To get back to Will's question, the answer is that the Snakes ranked seventh on the preseason Hit List, but fell out of the top 10 within two weeks. After climbing back to 10th place on June 8, they would never be so high again. Looking at a snapshot of their performance, week by week:

Diamondbacks

April  May  June July Aug. Sept. Oct.
  7     21   11   20   19   18    15
 10     21   10   20   19   16
 17     21   18   20   19   15
 22     20   12   19   19   15
        17        18

This presentation should be fairly intuitive, but in case it isn't, the stacked numbers under each month represent the weekly spots occupied by the team, with the second one in July representing the position at the All-Star break. After beginning the year in seventh, the Diamondbacks fell to 22nd by the end of April, slowly climbed to 20th by the end of May, and so on, finally finishing 15th. Their average Hit List ranking for the year was 17.0, a score that conveniently happens to rank 17th among the 30 teams. It's not always that neat; here are the average weekly rankings of them all:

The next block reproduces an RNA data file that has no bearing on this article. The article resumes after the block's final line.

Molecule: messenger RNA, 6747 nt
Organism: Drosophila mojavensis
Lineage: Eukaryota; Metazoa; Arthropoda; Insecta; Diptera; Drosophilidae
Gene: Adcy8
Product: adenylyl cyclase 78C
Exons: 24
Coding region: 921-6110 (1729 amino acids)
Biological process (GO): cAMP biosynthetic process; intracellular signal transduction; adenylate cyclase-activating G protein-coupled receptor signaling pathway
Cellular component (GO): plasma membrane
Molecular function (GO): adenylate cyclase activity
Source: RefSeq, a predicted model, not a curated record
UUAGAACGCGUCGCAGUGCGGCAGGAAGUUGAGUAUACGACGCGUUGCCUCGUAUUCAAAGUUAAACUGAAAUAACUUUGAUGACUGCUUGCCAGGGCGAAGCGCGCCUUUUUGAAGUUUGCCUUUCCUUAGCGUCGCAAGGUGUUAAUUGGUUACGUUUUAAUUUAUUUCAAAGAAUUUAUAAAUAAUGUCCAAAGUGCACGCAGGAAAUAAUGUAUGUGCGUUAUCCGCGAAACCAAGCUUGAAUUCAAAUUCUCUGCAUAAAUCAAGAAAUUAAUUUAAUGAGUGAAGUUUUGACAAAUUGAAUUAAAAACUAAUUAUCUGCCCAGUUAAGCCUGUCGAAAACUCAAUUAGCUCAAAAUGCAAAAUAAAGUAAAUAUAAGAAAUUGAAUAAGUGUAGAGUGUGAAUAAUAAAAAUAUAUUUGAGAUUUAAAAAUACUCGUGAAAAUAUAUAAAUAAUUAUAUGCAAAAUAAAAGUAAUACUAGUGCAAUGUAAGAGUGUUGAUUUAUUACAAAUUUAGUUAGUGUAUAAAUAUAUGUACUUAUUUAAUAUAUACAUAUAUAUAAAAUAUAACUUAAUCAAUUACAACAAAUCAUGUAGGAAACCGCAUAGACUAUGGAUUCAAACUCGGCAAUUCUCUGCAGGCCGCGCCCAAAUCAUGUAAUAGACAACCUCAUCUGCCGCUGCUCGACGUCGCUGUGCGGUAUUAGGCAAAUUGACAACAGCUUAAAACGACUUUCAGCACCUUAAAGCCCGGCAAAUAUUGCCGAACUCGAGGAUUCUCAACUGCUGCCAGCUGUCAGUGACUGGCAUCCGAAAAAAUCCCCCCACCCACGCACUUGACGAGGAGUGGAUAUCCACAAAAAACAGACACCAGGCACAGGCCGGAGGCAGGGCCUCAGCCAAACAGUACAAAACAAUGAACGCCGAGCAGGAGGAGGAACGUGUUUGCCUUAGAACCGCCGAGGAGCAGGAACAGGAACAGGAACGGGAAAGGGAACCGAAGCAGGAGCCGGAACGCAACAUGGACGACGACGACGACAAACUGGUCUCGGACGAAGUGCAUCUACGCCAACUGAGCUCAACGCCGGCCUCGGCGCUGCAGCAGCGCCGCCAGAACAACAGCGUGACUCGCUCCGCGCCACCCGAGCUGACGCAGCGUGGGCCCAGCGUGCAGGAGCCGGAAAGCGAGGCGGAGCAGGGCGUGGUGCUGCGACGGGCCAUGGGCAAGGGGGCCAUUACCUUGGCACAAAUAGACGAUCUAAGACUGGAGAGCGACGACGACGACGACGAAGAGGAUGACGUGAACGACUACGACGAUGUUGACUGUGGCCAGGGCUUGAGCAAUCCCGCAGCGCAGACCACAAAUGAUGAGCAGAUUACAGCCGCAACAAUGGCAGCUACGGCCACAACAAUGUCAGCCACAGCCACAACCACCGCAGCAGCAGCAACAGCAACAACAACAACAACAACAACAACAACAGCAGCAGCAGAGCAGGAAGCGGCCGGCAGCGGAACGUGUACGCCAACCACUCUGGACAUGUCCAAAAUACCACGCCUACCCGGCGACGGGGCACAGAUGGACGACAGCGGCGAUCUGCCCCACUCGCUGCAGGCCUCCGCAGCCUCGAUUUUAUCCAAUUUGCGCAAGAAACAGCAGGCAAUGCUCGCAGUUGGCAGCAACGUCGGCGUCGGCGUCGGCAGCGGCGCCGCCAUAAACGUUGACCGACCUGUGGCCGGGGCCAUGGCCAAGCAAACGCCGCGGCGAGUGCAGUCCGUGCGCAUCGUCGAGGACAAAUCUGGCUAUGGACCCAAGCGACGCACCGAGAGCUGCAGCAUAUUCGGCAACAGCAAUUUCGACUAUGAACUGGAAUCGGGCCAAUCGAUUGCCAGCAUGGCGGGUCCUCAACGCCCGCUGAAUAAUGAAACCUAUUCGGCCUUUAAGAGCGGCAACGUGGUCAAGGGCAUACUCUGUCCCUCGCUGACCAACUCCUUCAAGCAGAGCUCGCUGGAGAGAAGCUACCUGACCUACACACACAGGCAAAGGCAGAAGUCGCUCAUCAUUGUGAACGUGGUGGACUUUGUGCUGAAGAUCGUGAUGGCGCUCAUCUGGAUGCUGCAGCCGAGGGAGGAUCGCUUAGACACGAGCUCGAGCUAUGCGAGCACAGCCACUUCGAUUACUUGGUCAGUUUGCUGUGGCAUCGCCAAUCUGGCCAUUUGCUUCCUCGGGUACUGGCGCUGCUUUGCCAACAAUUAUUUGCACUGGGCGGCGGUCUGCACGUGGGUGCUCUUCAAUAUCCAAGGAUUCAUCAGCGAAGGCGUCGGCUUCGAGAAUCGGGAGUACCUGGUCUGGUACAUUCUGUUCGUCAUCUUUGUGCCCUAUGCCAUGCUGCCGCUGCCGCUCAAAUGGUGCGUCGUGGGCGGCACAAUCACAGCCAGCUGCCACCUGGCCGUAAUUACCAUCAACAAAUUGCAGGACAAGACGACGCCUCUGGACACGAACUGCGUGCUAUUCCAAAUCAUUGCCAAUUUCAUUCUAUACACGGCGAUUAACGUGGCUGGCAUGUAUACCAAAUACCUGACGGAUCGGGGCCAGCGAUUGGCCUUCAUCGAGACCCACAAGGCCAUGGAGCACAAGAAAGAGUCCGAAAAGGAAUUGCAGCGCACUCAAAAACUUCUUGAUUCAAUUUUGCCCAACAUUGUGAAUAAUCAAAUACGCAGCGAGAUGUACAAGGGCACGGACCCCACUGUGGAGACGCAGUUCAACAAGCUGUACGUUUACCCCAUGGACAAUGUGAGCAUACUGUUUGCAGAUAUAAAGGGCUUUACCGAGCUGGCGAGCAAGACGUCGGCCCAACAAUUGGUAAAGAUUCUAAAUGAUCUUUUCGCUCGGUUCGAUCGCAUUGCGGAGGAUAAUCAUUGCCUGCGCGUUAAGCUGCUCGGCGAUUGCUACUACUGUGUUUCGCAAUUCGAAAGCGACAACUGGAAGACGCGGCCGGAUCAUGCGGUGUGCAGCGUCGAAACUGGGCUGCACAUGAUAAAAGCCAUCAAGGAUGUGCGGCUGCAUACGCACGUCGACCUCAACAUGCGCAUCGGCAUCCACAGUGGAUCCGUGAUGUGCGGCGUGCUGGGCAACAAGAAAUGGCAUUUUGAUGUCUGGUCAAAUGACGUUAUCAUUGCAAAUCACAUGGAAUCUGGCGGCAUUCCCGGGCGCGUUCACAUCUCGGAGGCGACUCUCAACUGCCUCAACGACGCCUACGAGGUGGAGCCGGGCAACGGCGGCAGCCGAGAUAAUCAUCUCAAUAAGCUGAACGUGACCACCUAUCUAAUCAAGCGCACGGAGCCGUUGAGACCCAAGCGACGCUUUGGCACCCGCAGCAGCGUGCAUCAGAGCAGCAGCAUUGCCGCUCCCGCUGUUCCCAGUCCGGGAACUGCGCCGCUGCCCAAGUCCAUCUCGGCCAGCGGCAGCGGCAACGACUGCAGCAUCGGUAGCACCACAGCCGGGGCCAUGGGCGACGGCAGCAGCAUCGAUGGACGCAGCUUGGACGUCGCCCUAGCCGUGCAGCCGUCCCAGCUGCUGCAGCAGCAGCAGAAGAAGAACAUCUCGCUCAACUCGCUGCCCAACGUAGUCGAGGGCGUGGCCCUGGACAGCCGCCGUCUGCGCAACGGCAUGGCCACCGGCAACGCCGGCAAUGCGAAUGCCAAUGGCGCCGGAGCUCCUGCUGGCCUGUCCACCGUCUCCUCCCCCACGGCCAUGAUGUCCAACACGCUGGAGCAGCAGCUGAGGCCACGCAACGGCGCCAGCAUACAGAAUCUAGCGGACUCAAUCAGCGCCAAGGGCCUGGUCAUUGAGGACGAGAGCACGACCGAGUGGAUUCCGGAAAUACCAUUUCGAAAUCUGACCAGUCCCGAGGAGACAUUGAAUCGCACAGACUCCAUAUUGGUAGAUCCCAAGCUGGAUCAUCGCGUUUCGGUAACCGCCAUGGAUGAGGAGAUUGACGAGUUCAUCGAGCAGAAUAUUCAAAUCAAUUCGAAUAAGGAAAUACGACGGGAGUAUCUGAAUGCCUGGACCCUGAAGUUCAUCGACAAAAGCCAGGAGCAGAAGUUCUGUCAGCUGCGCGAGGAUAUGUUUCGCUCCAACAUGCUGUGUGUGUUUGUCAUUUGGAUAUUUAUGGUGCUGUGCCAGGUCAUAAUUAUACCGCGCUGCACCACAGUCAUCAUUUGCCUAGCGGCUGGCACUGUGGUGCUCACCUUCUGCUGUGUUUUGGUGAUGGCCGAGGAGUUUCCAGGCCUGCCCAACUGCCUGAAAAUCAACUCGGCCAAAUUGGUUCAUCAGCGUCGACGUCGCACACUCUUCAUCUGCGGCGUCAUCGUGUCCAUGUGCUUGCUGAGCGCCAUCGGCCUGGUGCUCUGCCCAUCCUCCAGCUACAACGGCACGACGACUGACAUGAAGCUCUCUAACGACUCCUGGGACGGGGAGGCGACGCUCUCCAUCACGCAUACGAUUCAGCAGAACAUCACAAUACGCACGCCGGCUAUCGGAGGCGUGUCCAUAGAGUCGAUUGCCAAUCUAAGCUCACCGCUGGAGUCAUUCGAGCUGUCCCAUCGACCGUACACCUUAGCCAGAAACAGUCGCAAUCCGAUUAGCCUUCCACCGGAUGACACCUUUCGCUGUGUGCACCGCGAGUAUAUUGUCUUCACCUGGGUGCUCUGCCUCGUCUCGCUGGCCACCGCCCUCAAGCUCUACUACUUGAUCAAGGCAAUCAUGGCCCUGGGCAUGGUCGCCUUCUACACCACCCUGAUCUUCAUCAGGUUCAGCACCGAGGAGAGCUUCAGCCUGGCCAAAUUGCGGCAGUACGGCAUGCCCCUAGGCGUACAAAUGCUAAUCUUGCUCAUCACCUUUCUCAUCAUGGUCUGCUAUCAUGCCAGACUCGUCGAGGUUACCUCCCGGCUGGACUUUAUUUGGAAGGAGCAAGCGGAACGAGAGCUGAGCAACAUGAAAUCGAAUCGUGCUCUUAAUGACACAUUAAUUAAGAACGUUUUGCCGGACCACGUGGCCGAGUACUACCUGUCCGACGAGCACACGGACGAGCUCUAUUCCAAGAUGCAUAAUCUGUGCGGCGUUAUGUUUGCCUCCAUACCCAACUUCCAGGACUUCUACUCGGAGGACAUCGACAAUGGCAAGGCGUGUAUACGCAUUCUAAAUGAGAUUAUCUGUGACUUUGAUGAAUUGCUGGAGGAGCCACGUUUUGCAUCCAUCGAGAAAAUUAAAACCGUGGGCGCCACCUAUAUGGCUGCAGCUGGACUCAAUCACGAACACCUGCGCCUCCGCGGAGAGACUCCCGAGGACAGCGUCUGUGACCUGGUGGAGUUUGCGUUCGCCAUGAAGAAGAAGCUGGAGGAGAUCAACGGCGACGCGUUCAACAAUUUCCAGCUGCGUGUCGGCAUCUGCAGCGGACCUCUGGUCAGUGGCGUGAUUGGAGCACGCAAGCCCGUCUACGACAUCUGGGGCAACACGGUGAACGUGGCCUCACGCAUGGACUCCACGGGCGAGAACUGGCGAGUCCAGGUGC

Rk  Team    Avg
 1   BOS    1.6
 2   NYN    3.9
 3   CLE    5.4
 4   NYA    6.1
 5   DET    6.4
 6   SDN    6.8
 7   ANA    7.0
 8   LAN    8.3
 9   ATL    9.7
10   MIL   10.3
----------------
11   CHN   11.4
12   OAK   12.3
13   TOR   12.4
14   PHI   13.9
15   MIN   15.1
16   COL   16.1
17   ARI   17.0
18   SEA   17.7
19   BAL   17.9
20   SFN   18.8
----------------
21   CIN   20.9
22   FLO   21.0
23   SLN   23.1
24   TEX   23.4
25   HOU   23.9
26   CHA   24.4
27   TBA   27.0
28   PIT   27.4
29   KCA   27.5
30   WAS   28.3

The Rockies clinched a World Series berth on Monday night, but they were just one rung above the Diamondbacks in terms of average ranking, and all over the map as far as rankings were concerned; they spent time in both the top five and the bottom five, and on the whole, their snapshot shows the dramatic contrast between the team's slow start and their late-season kick pretty well. Before you heap too much scorn on the NL champs, remember that they finished as the top-ranked NL team:

Rockies

April May  June July Aug. Sept. Oct.
 20    24   22   16   14   11    4
 16    25   21   16   13    8
 16    25   20   16   11    6
 24    26   15   17   14    5
            19        11

While we're at it, we may as well run through the rest of the playoff teams, and a few notable also-rans. First up is the NL East, where the Mets, who finished second in the average rankings but missed out in favor of the Phillies, who finished 13th in the average rankings:

Phillies

April May  June July Aug. Sept. Oct.
  6    14   18   18   10    9    8
 23    17   18   18    9   10
 27    14   17   17   10    9
 14    15   18   13   10    8
            16        10

Mets

April May  June July Aug. Sept. Oct.
 8     1    2    8    3    3     5
 1     2    2    8    3    3